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Rules for Kids' First Cell Phone

Are you considering getting your child their first cell phone?

If they are in the double digits, starting to spend a little time on their own or getting home by bus or walking, a cell phone can be a parent's friend. Some of us have chosen an age when a cell phone will happen; whether it's grade 3, 7 or 10, no judgment here. Every family is different and has different reasons for getting their child a mobile phone. Our oldest two set the precedence in our family when they were 12 and started bussing and being away from us for short stints. If you've decided your child will not have a cell phone until they are an adult or old enough to pay for it monthly, these rules may not be relevant for you and I applaud your resolve. I chose differently and I've had to learn along the way what that choice meant.

What I've learned and want to share is how to avoid or address some of the pitfalls we've faced as parents of five kids with five different cellphone experiences. These are mostly for elementary and junior high and are fluid, always changing. Our access and privacy rules definitely changed when they entered high school.

First, consider why your child NEEDS a cell phone. If it is for safety and your piece of mind knowing where they are, do they need a smart phone with access to the World Wide Web when they are out of the house with no supervision? If they are in elementary, probably not, but again it's your call. Just realize that your sweet, innocent 9 year old is curious and has friends who may be more curious. If you just put one curious word like... Say, "boobs" in a search engine, guess what will show up on their screen? A whole lot of boobs! This may or may not be a big deal to your family but imagine all the other curious words they can choose to access, with photos and videos! I had a friend find the word "fagina" in her computer Internet history when her sons were 8 and 10, which was her time to figure out how to safeguard them on the computer. Thank goodness for poor spelling :)

You can still get cell phones with voice and text only options or you can get a smart phone with no data plan for it: however, know they will still have access in wifi areas like friends' houses or at school. Be prepared to find questionable history if they have access to everything and anything. Kids are curious and you have just given them the answer to all their questions at their fingertips in Google!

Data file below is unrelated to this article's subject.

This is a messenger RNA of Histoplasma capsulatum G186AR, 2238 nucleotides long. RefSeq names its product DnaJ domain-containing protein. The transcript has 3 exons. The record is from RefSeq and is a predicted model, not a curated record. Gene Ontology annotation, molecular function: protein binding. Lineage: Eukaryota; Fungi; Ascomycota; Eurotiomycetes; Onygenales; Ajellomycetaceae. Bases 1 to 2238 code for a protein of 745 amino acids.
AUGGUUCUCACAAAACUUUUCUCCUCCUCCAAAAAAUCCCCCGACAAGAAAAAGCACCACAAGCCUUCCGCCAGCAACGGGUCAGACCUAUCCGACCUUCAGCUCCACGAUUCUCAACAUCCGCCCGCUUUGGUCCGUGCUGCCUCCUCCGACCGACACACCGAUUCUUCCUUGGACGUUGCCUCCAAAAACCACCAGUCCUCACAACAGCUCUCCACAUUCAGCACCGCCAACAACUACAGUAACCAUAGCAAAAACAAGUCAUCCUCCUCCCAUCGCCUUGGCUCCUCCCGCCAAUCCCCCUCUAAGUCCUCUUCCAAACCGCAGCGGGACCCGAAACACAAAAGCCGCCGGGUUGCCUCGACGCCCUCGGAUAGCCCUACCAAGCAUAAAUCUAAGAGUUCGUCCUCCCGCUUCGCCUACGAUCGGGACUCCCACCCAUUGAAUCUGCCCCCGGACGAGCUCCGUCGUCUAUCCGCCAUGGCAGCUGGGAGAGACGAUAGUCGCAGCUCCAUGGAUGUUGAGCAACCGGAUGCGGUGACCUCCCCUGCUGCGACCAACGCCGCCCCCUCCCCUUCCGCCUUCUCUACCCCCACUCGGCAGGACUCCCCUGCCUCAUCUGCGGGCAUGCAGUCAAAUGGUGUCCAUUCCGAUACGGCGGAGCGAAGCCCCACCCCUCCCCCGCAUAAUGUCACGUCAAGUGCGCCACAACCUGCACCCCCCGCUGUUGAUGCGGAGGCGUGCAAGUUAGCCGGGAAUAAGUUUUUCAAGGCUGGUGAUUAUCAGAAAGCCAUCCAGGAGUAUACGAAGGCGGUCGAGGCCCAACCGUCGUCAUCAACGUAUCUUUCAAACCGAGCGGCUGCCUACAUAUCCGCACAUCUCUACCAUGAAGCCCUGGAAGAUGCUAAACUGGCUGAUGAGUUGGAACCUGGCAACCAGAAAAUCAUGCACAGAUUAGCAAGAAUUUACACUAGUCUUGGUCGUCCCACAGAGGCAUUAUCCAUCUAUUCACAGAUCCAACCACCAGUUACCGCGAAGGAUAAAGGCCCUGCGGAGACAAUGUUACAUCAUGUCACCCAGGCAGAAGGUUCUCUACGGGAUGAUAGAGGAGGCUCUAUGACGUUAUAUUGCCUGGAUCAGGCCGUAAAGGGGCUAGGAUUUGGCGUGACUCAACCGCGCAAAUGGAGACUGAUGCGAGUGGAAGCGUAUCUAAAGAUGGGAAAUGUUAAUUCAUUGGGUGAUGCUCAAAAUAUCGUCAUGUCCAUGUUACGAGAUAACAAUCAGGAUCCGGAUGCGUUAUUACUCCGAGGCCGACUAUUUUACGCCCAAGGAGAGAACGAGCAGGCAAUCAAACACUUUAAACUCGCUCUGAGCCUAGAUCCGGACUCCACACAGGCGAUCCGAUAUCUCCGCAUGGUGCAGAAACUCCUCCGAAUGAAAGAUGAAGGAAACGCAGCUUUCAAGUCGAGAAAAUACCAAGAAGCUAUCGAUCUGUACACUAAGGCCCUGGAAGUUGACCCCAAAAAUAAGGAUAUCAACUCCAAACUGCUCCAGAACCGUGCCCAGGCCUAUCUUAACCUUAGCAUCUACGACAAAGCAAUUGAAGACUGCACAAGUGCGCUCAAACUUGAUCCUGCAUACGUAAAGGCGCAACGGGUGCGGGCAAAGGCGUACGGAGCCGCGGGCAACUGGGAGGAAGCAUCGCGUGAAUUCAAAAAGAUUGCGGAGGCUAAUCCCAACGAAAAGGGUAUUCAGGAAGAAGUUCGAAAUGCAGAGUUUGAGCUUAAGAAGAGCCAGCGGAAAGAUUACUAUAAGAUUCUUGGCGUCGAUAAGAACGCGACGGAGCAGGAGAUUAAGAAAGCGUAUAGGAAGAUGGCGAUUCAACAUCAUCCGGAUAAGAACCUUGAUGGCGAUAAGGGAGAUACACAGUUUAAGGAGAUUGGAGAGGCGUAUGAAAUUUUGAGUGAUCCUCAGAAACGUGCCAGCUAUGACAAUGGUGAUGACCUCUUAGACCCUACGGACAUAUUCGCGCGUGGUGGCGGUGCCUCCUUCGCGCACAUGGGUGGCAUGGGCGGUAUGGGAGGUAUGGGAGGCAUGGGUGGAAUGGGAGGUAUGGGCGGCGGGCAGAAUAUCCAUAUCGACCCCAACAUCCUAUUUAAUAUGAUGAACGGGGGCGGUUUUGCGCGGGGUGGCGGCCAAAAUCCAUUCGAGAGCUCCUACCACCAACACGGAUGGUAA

Here are the RULES I wish we had started with before giving any of our kids a phone:

1. Access
The point of getting a cell phone for kids is usually because we want to be able to reach them (and they can reach us) when we or they are away from home. If we call or text, they should answer or respond as soon as possible.
Moms/dads have all the passwords and WE OWN the phone. The child is allowed to use the phone but it is not their possession to keep from you. If they are younger, maybe they only get access when they will be separated from their parents.
We will check the activity on the phone and the kids need to know up front that nothing is private, even if they delete it we can access the account history. This is not a spying tool for parents but an opportunity for our kids to learn about doing the right thing and for parents to help guide their child's journey in the online world.

2. Safety
If you do go the smartphone route, whether they are little or in high school:
- install a "find my phone" app. This allows you to find a lost phone... Or a lost or non-responsive child. Their location services must remain on at all times for this function to work.
- No communication with people they do not know. This holds true if they have a phone or when they begin playing online games on the family computer or tablet. These are scary discussions to have with our kids but if they are online, you need to have them. Age appropriate examples of online predators and the risks may save their lives.
- No downloading of apps without permission. Moms and dads need to know what's out there to be able to say yes or no. This is a daunting task if you aren't tech savvy and I guarantee your kids are more in-the-know then you are. If they ask to download an app you aren't familiar with, look into it. There are loads of parenting reviews available online. Say no if you're not comfortable and set an age when you may be more comfortable and they can have it.
- Set up parental controls on each device so they need a password to access downloads or certain apps. Each phone is different so check your specific phone details to do this. Don't wait, do it now.